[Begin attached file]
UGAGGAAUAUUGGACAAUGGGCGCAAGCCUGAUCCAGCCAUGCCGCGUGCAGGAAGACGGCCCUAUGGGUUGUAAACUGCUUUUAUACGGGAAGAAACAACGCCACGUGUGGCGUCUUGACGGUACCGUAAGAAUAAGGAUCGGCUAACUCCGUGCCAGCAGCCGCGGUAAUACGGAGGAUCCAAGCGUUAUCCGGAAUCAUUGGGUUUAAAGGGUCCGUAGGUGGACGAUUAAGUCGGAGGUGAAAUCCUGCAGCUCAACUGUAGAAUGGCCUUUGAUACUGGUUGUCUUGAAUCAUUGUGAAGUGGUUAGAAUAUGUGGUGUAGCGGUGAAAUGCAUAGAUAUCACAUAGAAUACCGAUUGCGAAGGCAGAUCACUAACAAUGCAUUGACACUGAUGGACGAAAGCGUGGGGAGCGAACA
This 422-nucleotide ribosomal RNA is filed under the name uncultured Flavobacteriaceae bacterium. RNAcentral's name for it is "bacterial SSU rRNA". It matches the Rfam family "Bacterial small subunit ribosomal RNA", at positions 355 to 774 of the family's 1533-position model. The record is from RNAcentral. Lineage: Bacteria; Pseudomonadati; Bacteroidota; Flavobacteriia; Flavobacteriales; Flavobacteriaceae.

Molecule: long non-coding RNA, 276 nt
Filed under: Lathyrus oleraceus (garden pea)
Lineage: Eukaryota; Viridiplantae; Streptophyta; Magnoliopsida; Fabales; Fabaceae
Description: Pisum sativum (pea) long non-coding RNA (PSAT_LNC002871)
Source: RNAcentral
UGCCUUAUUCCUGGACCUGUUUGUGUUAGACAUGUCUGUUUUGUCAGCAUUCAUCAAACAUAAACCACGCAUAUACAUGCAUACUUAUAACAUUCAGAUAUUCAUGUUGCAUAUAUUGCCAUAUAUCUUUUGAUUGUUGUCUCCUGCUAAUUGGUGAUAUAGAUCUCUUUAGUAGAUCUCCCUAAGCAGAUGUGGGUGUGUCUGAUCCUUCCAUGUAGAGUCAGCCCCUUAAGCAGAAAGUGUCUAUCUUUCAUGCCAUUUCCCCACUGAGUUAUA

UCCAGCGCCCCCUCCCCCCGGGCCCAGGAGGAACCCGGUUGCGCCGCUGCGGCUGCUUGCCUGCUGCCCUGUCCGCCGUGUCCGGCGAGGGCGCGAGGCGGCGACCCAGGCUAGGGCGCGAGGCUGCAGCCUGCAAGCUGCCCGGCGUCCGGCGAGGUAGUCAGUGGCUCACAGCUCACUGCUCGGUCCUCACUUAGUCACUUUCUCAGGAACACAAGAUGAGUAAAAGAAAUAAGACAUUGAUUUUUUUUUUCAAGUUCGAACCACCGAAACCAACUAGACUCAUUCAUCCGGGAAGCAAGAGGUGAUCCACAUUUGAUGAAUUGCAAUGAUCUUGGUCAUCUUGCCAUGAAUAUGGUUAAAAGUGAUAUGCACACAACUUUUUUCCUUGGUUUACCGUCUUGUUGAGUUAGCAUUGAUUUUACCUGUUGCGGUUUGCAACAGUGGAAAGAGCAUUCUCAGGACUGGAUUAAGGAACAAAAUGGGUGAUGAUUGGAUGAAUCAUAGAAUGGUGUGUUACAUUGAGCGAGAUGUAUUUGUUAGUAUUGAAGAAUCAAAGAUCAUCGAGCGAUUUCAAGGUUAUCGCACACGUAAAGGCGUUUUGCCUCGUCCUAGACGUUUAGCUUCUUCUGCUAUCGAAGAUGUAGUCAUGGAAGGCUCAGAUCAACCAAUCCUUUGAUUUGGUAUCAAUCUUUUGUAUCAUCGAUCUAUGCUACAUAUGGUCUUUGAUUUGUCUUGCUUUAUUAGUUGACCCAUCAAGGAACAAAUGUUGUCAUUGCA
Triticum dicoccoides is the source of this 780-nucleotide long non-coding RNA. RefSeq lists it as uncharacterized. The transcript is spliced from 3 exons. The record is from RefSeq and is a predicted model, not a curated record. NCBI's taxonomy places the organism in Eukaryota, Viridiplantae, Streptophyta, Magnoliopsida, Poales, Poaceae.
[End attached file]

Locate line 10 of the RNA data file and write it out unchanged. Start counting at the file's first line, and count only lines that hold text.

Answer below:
Triticum dicoccoides is the source of this 780-nucleotide long non-coding RNA. RefSeq lists it as uncharacterized. The transcript is spliced from 3 exons. The record is from RefSeq and is a predicted model, not a curated record. NCBI's taxonomy places the organism in Eukaryota, Viridiplantae, Streptophyta, Magnoliopsida, Poales, Poaceae.